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New role for pheromones?

Pheromones may not initiate sexual attraction and mating, as commonly believed, new research suggests. Instead, the chemical signals may help flies distinguish between different genders and species while choosing a mate, researchers linkurl:report;http://www.nature.com/nature/index.html in this week's issue of Nature. The cells in Drosophila melanogaster that produce pheromones are located in the abdomen. These 'oenocytes' are revealed by expression of a protein fluorescing green. Image: Jea

By | October 14, 2009

Pheromones may not initiate sexual attraction and mating, as commonly believed, new research suggests. Instead, the chemical signals may help flies distinguish between different genders and species while choosing a mate, researchers linkurl:report;http://www.nature.com/nature/index.html in this week's issue of Nature.
The cells in Drosophila melanogaster that
produce pheromones are located in
the abdomen. These 'oenocytes' are
revealed by expression of a protein
fluorescing green.

Image: Jean-Christophe Billeter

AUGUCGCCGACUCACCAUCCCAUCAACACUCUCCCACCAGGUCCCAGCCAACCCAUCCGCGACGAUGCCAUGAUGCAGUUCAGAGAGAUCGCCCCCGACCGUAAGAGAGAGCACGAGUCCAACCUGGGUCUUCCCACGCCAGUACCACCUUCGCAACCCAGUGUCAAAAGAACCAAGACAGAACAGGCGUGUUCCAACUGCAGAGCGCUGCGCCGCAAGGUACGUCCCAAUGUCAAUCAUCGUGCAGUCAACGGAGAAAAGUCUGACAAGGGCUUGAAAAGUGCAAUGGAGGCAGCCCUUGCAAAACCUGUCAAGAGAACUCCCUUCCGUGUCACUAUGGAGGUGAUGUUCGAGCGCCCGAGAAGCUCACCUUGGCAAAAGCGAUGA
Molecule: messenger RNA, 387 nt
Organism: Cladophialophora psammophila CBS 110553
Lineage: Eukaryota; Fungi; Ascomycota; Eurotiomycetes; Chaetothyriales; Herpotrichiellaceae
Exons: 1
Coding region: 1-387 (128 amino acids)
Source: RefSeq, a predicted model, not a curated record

"This is the first time a study has deciphered the chemical dialogue happening between flies as they mate," said linkurl:Nicolas Gompel,;http://www.ibdml.univ-mrs.fr/equipes/BP_NG/Nicolas%20Gompel's%20page.html a geneticist at the Institut de Biologie du Developpement de Marseille-Luminy in France, who was not involved with the research but wrote an accompanying commentary on the paper. "The research challenges the common belief that pheromones are essential to initiate courtship... and suggests that instead, [they] play a significant role in mate identification and selection." Scientists have long understood that pheromones, hydrocarbons produced by an animal or insect that trigger reactions in another individual, play a role in mating. But they've been unable to identify the role of individual pheromones because the hydrocarbons are often secreted as blends, comprised of up to 30 molecules, and function in conjunction with other signals. In order to study individual pheromones, linkurl:Jean-Christophe Billeter;http://www.utm.utoronto.ca/~w3bio/people/contacts/post_docs.htm from the University of Toronto at Mississauga and his colleagues genetically engineered adult Drosophila melanogaster without oenocytes, cells that secrete hydrocarbons. The oenocyte-less flies were "blank slates," said linkurl:Joel Levine,;http://www.utm.utoronto.ca/~w3bio/faculty_and_research/levine.htm a geneticist from the University of Toronto and coauthor of the study, allowing the team to imprint one pheromone at a time. Because pheromones have been generally believed to stimulate mating, Billeter and his colleagues expected that flies lacking hydrocarbons would be sexually unappealing to males. To their surprise, quite the opposite happened: wild-type males were hyperattracted to oenocyte-less flies. The wild-type males also ignored gender, choosing to mate with both unscented males and females over other wild-types. These results led the researchers to conclude that pheromones may not stimulate mating, but may instead act to slow down male mating attempts to allow the female to assess her partner's suitability. They also concluded that hydrocarbons help flies distinguish between sexes.